Now, our satellite is moving at high speed – over 8000m/s. If no force pulls it down, it will go straight, far away from our planet, away from our predestined orbit. Moving away from our intended movement means that it would hit other objects, crash them outright. Lucky for us, the earth has a gravitational pull that pulls the satellite to itself, and since the satellite has a high momentum, the satellite keeps making rounds around the planet, one the same path over and over.
How Does Satellite Stay in Its Orbit?
The simplest way to think about a satellite’s constant movement around the planet is to have an image of an object moving along the boundary of a circle at a constant speed. A constant force is pulling it to itself simultaneously. Closer home, picture tying a stone with a strong string and swinging it around using endless energy and speed. The stone will keep rotating around you at the same rate and distance from you. In this analogy, the stone is our satellite, the string is the gravitational force, and you are the earth.
What would happen if you let go of the rope after swinging it at high speed? It would not go round and instead fly in a straight line away from you, right? The same would happen if there were no gravitational pull; the satellite would move straight out from the earth’s surface.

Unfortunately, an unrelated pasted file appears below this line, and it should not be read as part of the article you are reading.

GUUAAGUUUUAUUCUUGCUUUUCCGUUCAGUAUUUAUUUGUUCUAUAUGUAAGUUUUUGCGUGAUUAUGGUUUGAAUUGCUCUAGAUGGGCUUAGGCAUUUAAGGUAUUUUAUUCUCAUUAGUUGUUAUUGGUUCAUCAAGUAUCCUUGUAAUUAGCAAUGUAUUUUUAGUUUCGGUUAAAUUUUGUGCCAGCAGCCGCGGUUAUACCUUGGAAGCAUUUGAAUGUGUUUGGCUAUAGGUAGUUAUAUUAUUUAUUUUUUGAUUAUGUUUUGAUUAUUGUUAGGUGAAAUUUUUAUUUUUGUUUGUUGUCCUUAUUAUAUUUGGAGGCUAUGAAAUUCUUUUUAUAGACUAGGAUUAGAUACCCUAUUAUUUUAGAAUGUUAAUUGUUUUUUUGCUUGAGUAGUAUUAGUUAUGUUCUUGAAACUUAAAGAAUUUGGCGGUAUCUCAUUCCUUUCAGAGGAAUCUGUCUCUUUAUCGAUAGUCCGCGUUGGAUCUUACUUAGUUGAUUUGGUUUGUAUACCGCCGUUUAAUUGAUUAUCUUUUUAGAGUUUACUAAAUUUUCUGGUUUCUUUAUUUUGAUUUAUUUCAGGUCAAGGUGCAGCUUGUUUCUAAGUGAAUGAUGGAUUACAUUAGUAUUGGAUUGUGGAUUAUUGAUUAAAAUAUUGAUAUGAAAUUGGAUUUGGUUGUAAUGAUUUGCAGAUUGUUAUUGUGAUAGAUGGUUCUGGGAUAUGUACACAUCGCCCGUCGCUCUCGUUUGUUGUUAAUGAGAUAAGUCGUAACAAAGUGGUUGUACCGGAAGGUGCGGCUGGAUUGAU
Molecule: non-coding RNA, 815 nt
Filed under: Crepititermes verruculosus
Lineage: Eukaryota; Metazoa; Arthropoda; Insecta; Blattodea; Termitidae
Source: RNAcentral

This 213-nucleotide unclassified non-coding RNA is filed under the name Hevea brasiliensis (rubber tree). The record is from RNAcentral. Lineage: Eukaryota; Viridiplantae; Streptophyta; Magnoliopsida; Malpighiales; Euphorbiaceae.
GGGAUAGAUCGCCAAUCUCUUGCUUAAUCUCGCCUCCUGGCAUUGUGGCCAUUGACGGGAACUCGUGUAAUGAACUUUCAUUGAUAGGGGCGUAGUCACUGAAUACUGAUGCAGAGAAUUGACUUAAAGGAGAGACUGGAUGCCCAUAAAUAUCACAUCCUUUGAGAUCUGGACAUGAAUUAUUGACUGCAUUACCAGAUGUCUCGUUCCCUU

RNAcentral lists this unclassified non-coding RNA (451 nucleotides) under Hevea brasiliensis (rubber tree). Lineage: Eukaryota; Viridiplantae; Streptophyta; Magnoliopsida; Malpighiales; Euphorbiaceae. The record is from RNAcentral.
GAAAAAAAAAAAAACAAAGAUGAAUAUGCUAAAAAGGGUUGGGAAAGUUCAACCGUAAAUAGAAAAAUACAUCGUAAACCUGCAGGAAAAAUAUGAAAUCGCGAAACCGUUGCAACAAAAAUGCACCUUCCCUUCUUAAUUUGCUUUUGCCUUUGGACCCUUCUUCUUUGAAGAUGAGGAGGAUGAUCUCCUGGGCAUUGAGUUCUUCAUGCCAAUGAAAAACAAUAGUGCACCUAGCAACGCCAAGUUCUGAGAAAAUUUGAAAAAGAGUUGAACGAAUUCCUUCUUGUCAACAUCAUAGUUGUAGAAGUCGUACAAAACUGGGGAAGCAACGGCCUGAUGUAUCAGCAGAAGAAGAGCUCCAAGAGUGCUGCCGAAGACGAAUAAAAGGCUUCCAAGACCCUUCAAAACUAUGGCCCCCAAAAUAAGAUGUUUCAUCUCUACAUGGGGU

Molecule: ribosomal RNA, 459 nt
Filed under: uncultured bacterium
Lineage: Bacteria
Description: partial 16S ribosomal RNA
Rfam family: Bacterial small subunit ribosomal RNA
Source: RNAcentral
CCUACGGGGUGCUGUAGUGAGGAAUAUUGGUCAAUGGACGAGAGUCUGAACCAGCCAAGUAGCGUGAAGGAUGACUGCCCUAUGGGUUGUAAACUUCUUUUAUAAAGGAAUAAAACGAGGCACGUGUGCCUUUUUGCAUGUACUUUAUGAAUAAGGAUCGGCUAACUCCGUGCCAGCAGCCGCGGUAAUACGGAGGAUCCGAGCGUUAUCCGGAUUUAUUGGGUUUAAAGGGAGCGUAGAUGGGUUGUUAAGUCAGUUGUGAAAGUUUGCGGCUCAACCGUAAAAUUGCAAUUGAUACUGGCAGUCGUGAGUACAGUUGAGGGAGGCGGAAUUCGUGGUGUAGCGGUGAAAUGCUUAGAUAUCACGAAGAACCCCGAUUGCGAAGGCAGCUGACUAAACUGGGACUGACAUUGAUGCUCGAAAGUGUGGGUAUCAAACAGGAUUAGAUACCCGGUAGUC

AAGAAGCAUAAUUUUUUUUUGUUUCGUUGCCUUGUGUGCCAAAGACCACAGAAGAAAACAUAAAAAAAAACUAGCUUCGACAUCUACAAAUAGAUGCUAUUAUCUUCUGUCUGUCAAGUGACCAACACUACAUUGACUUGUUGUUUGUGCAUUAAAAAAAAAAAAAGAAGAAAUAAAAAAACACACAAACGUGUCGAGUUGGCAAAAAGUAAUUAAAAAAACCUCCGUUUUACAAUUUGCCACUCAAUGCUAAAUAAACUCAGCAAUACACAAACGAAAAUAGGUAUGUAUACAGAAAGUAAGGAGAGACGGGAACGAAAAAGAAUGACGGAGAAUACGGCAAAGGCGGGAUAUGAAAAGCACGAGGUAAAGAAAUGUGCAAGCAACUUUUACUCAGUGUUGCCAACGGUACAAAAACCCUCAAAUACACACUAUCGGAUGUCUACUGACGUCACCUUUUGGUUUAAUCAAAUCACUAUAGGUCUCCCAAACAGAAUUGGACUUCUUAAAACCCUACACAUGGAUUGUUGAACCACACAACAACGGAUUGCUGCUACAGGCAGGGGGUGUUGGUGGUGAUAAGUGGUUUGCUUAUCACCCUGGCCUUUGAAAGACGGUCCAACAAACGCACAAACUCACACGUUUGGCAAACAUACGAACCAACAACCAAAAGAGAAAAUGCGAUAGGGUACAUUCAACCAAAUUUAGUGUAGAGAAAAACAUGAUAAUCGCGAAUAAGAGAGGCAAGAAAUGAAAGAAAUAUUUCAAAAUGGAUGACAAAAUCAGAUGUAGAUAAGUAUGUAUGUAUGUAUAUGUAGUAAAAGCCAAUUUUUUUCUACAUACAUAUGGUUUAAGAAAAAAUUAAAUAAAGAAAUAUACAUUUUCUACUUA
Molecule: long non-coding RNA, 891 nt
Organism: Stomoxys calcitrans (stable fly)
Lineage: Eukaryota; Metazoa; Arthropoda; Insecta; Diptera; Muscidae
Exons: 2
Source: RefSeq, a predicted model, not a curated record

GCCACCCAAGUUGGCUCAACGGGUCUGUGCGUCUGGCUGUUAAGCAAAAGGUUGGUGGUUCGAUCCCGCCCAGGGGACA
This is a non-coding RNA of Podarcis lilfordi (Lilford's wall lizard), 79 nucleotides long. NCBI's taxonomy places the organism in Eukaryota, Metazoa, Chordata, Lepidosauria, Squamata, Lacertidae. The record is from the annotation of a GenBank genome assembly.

We have understood that the satellite gets into orbit due to the opposing forces of the satellite’s horizontal movement and the earth’s gravitational pull, which makes it possible for the satellite to move around the planet. We have also learned that other satellites are orbiting the same planet. How then is it possible for the satellite to stay in motion without bumping into other objects?
The secret is in the distance of the orbit from the earth’s surface. Satellites whose paths are closer to the earth experience a higher gravitational pull from the earth. As such, the closer a satellite’s orbit is to the planet’s surface, the faster it should go. Also, this means satellites that orbit further than the earth’s surface are slower.
So there you have it, our satellite can now keep going round and round the earth until kingdom come. If you have any questions about this topic, please hit me up in the comments section.